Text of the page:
I’ve experimented in the past with having “color-coordinated meals” or days where I would eat a single color food. On my “red day” I specifically remember having strawberry slices, red chard, red leaf lettuce with nice red beef. Then for desert my grandma made me rhubarb pie, which probably counteracted the health benefits of the fruit, veggies and beef. :P

    It’s a pretty interesting experiment, but it’s hard finding vegetables that aren’t fully green. I’ll just stick to having a rainbow palette on my plate.

  3. says

    Hi Tracy! I totally agree that food should LOOK beautiful and enticing. And colour is definitely the way to do that – I’ve been meaning to grow some edible flowers for ages now, because they seem like a great addition to salads (and probably jam-packed with healthiness?)

    • Tracy says

      I’ve been getting bags of salad from a nearby farm here and I just love it so much… not because it necessarily tastes better but because the salad is so attractive! She mixes in all sorts of herbs and different types of greens, and sometimes nasturtium flowers… it’s crazy how much beauty and colour can affect the enjoyment of a meal

  4. Anita says

    Hey Trace!

    Can you tell me the recipe for the meal you made in the picture? It really does look appetising, and I notice that you have far more greens and vegies on the plate than meat, which is really how it should be. I’m trying to convert my parents into believing that the main component of a dish should be vegetables or greens of some sort. They are beginning to accept this as I do all the cooking in the house, so I guess really they have no choice haha.

    And also thankyou for the recent poo post. I have decided to start using psyllium husk again because I used to put it on my food all the time and in smoothies as well, and then I became a little lazy and stopped. My poos are formed and they sink (is that good?), but they are a little hard to get out lol, embarassing. I thought maybe using psyllium and ensuring to drink plenty of water along with it would help a bit.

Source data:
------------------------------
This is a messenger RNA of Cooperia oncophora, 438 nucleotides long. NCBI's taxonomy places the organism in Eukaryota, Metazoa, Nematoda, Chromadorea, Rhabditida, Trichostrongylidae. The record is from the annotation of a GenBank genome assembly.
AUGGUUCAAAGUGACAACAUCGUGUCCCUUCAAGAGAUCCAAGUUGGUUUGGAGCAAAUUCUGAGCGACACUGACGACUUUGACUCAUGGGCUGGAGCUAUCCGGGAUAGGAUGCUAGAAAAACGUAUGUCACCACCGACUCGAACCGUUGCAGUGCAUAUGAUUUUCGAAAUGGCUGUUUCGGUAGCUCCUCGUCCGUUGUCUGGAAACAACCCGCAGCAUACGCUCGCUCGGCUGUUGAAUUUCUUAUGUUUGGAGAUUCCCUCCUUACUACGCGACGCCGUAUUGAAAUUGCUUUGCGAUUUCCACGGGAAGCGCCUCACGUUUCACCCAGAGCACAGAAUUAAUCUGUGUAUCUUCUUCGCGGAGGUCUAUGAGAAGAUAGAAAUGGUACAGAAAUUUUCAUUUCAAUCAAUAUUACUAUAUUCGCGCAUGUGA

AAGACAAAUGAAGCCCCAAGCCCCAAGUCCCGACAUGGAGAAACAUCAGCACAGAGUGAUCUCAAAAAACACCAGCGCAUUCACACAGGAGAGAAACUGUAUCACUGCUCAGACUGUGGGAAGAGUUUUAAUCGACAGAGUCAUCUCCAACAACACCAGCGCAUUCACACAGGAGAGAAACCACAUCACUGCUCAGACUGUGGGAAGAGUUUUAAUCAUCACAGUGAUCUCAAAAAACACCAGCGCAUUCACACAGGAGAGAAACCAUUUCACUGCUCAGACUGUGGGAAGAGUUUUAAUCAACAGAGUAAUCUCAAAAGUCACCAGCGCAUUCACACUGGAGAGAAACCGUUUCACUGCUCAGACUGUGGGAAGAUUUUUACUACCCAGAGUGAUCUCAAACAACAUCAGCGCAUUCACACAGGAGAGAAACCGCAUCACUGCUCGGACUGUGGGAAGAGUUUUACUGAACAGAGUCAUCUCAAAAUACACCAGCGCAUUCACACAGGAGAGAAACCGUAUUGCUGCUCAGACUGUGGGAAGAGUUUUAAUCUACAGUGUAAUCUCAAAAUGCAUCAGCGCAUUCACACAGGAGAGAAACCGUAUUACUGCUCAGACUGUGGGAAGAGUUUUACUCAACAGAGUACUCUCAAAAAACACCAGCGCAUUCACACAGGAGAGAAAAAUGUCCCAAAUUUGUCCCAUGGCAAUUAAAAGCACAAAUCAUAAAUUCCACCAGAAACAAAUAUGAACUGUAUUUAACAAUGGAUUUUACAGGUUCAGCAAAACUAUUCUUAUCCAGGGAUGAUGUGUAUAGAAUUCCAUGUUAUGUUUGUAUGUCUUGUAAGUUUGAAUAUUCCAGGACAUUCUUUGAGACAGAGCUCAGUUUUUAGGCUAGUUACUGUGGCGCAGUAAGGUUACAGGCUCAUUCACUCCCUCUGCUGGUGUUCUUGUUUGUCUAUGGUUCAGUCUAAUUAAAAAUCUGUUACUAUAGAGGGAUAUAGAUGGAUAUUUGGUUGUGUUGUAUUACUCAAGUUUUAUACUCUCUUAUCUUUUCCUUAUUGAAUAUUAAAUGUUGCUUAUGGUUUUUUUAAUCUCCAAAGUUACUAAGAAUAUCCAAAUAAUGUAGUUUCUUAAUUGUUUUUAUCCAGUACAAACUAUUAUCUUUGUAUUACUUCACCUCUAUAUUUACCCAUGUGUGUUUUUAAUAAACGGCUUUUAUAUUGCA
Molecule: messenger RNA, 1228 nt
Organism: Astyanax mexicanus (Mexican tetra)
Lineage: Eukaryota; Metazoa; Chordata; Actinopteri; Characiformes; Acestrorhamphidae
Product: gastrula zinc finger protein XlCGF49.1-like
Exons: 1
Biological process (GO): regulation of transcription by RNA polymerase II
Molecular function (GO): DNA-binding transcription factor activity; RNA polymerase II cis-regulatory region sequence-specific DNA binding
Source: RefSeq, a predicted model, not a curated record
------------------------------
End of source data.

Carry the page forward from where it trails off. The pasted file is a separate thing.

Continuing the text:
• Tracy says

      It’s easy… this is usually how I eat… no ‘recipes’, just kind of… stuff on a plate… that looks pretty! hehhe. All it is is sweet potato fries (baked in the oven in coconut oil with sea salt on it), and pieces of chicken… I roasted a whole chicken and I just pick at it for days after. Very convenient. The salad is just lettuce… looks like cucumber, tomato, some purple cabbage, and whatever other vegetables I feel like… and then I usually make a dressing by taking a nut butter and mixing a spoonful of it with olive oil to make it liquidy… I top it off with sea salt, maybe some butter.

      haha also, I don’t know whether sinking or floating matters… there are a lot of different opinions on that… I think it just depends on what you eat, but not necessarily… bad vs good food, you know. I think it’s more important that it comes out easily. Try the psyllium and extra water and see what happens :)

  5. Jeff says

    hey tracy,

    i was just wondering where you got your olive oil for salads. my mom usually gets olive oil from costco but it’s the huge container kinds for cooking … i was hoping to find one that actually tastes decent on salads … perhaps trader joe’s?

    • Tracy says

      Hmm… I don’t really have a brand loyalty or solid go to place to get my olive oil….. I just basically make sure that it is extra virgin. The one I use is in a big tin can and I got it from a Middle eastern deli kind of store in Vancouver. It tastes fine on salads…. I don’t remember the brand at the moment though. Sorry :/